Aging, Community and Health Research Group (ACHRU)

McMaster University


Partners and Collaborators – Mohawk College & School of Nursing, McMaster University

In collaboration with Mohawk College, ACHRU researchers are developing a mobile (mHealth) app for stroke survivors with multiple chronic conditions.

It’s just one example of the unit’s ground-breaking, community-based initiatives that are being done in partnership with over 60 researchers, staff, trainees and collaborators locally, provincially and across Canada. A unique aspect of this research program is that it includes the voices and opinions of older adults with multiple health problems and their family caregivers in eight studies investigating: older adults with multiple chronic conditions (MCC) living in the community; the burden and stress experienced by their family caregivers; a promising self-management program for older adults with diabetes and MCC, and the health care costs associated with seniors coping with chronic health issues, such as dementia, diabetes and stroke.

Ted Scott, Dean of Applied Research at Mohawk College, said the strength of the Mohawk-McMaster partnerships in Health Sciences has been a great source of successful collaborative projects in research and education over the past decade. “Recently, this has been demonstrated through the opportunity to leverage the college’s focus on technology and applied research in the “Strengthening community-based stroke care: A mixed-methods study to evaluate a mobile health solution” project.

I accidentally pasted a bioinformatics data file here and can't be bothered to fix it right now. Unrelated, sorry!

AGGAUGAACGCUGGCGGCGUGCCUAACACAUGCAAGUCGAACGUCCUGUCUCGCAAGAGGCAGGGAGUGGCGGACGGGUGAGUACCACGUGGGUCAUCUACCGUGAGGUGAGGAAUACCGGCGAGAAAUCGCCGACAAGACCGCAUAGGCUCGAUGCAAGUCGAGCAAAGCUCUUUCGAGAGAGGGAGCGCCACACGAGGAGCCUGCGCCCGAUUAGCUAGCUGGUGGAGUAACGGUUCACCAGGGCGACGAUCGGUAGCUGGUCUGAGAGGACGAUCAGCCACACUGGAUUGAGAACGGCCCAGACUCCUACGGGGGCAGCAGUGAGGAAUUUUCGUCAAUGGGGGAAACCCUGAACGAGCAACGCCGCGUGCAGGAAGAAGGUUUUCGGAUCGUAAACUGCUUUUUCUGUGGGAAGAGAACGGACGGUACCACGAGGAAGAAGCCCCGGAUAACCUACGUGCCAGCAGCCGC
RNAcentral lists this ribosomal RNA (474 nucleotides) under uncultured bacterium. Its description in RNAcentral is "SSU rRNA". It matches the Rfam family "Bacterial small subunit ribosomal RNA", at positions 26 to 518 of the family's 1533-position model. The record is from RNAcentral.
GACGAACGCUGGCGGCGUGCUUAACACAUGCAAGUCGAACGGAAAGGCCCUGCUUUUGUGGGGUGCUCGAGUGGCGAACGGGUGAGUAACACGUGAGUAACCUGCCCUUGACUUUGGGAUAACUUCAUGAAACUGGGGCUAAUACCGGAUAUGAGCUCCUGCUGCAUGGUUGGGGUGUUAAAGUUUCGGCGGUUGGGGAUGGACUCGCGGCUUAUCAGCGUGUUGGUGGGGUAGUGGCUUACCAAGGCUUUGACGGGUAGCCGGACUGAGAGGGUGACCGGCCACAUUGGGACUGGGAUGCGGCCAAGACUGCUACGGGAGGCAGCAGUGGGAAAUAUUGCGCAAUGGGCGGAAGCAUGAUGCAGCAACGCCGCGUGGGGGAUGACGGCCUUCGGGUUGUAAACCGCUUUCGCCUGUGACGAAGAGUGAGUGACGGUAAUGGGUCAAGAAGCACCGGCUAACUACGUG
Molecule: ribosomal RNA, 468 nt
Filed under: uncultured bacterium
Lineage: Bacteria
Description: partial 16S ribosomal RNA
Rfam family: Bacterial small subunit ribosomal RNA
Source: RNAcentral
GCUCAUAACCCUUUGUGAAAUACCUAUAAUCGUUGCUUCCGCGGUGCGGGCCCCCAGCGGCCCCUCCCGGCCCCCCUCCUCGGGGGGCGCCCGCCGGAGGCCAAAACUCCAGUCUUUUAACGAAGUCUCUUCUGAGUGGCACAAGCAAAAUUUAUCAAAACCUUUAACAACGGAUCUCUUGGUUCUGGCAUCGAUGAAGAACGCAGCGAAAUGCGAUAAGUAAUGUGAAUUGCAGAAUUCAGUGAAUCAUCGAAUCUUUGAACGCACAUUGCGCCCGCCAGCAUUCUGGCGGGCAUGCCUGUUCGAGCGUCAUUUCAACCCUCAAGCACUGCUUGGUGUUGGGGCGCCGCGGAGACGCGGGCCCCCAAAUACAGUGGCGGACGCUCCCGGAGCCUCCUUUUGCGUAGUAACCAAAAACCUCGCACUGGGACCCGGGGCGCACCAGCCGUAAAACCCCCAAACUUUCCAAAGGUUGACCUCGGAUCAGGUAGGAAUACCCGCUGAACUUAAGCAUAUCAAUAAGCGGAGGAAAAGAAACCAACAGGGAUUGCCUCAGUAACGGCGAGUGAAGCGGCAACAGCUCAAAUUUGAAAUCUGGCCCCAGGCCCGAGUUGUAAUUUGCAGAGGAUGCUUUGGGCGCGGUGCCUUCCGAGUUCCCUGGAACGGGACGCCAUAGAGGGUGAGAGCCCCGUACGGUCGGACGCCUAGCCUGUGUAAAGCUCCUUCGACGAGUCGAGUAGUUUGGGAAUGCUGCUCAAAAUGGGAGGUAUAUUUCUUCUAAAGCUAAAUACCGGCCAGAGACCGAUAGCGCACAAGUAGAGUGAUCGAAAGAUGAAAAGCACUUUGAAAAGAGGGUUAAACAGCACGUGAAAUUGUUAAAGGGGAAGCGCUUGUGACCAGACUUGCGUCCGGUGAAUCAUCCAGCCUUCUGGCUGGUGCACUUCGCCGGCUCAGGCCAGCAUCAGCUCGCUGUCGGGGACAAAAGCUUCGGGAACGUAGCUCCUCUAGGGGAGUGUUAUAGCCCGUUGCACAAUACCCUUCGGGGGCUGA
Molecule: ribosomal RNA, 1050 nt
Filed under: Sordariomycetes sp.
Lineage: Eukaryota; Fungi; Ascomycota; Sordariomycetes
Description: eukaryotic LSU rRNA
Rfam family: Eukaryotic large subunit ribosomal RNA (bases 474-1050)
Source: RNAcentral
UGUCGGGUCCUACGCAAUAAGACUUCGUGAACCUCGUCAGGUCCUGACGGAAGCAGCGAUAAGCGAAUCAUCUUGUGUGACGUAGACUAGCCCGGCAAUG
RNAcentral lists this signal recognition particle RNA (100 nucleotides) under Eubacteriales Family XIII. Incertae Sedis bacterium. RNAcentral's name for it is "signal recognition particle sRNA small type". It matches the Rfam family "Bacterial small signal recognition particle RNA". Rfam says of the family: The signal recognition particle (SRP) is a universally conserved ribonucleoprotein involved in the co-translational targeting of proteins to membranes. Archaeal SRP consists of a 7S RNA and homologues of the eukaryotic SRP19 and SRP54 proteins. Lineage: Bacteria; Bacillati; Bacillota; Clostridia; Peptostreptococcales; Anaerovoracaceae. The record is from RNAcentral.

Scott added collaboration on the mobile app has provided access to the best of both the college and university’s capabilities and “provided students and faculty with a platform for learning more about the strengths and skills each brings to this important work.”

The Aging, Community and Health Research Unit (ACHRU) is part of McMaster’s School of Nursing and Carolyn Byrne has said that the development of partnerships will be an important part of her focus as the school’s new associate dean and director.

“Nurse researchers in the ACHRU are forging valuable partnerships which will lead to the development of innovative initiatives that will give an improved quality of life to the growing number of seniors living in the community with multiple chronic conditions,” Byrne said. “The McMaster-Mohawk partnership is a living example of the historic partnership agreement signed in Ottawa in September between the Association of Universities and Colleges of Canada and the Colleges and Institutes Canada which is designed to enhance collaboration between colleges, institutes, polytechnics and universities.”

Published on: April 23, 2015

By Study